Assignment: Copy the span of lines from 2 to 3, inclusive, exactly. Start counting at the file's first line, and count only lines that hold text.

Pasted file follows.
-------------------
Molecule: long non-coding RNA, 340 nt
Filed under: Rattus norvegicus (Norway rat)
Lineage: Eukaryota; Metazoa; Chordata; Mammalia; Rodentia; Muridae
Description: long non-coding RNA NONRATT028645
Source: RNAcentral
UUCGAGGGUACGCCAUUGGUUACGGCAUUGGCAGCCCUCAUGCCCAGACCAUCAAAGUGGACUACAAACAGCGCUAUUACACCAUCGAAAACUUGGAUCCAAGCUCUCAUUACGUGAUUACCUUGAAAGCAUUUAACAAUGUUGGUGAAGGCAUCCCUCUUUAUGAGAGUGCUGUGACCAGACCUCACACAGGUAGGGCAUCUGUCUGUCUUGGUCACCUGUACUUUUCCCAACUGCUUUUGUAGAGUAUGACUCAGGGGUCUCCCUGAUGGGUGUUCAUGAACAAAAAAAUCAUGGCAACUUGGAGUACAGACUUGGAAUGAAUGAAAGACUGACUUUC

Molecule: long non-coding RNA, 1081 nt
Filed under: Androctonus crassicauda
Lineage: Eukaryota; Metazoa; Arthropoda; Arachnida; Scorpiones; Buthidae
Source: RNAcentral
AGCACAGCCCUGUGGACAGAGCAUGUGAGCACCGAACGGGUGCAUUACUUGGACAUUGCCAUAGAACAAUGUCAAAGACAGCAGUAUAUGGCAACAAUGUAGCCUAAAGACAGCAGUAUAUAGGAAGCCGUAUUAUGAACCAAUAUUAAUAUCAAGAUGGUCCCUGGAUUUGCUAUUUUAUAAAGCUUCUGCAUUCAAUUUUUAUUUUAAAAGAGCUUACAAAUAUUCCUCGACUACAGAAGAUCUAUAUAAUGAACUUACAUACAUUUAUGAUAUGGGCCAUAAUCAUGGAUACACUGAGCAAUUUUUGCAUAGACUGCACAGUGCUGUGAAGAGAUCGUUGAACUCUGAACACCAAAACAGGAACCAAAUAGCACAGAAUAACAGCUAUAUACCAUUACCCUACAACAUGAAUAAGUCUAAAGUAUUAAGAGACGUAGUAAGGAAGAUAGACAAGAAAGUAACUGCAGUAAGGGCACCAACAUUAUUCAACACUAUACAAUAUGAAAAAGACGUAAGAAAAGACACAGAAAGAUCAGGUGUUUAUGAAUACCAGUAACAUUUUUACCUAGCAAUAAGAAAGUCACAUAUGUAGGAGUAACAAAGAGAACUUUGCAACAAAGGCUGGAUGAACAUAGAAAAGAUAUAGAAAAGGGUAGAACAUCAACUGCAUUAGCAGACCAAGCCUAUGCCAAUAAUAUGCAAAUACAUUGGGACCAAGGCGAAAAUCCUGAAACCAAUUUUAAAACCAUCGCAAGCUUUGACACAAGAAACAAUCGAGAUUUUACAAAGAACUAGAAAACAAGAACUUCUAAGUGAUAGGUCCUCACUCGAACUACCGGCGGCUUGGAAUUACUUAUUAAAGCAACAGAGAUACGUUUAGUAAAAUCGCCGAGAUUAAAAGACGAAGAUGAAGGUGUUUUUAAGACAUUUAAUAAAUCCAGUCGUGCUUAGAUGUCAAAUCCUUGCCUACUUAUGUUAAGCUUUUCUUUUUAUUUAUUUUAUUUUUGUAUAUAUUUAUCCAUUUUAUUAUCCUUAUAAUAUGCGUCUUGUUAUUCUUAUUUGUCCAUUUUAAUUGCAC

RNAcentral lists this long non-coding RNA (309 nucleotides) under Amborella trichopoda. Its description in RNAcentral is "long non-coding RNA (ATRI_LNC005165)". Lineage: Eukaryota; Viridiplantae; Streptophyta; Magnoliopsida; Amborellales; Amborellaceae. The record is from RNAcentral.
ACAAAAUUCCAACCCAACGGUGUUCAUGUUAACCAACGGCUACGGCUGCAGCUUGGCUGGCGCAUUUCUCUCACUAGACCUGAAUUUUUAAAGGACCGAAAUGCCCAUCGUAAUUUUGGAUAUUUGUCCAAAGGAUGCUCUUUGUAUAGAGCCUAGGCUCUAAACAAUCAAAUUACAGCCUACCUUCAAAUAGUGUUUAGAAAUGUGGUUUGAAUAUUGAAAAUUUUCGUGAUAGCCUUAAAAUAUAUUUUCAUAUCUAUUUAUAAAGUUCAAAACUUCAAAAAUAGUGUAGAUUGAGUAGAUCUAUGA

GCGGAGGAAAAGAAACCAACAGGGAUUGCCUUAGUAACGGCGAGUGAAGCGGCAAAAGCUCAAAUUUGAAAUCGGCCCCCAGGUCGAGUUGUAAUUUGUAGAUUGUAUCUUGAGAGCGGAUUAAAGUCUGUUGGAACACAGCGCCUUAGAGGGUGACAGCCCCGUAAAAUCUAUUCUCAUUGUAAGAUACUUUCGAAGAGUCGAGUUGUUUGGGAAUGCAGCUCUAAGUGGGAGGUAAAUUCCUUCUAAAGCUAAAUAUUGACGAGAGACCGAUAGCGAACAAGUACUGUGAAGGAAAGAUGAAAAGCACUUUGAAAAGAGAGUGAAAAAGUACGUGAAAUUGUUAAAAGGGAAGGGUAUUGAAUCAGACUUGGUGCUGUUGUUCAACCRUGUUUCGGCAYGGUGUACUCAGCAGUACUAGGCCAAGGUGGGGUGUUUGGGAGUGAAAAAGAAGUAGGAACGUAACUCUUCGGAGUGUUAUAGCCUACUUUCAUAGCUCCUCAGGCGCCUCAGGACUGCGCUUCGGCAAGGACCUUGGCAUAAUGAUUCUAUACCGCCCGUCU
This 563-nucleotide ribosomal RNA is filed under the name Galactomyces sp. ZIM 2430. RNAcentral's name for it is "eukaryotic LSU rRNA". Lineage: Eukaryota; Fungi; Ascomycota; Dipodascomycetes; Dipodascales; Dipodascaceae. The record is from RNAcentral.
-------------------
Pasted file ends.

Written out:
Filed under: Rattus norvegicus (Norway rat)
Lineage: Eukaryota; Metazoa; Chordata; Mammalia; Rodentia; Muridae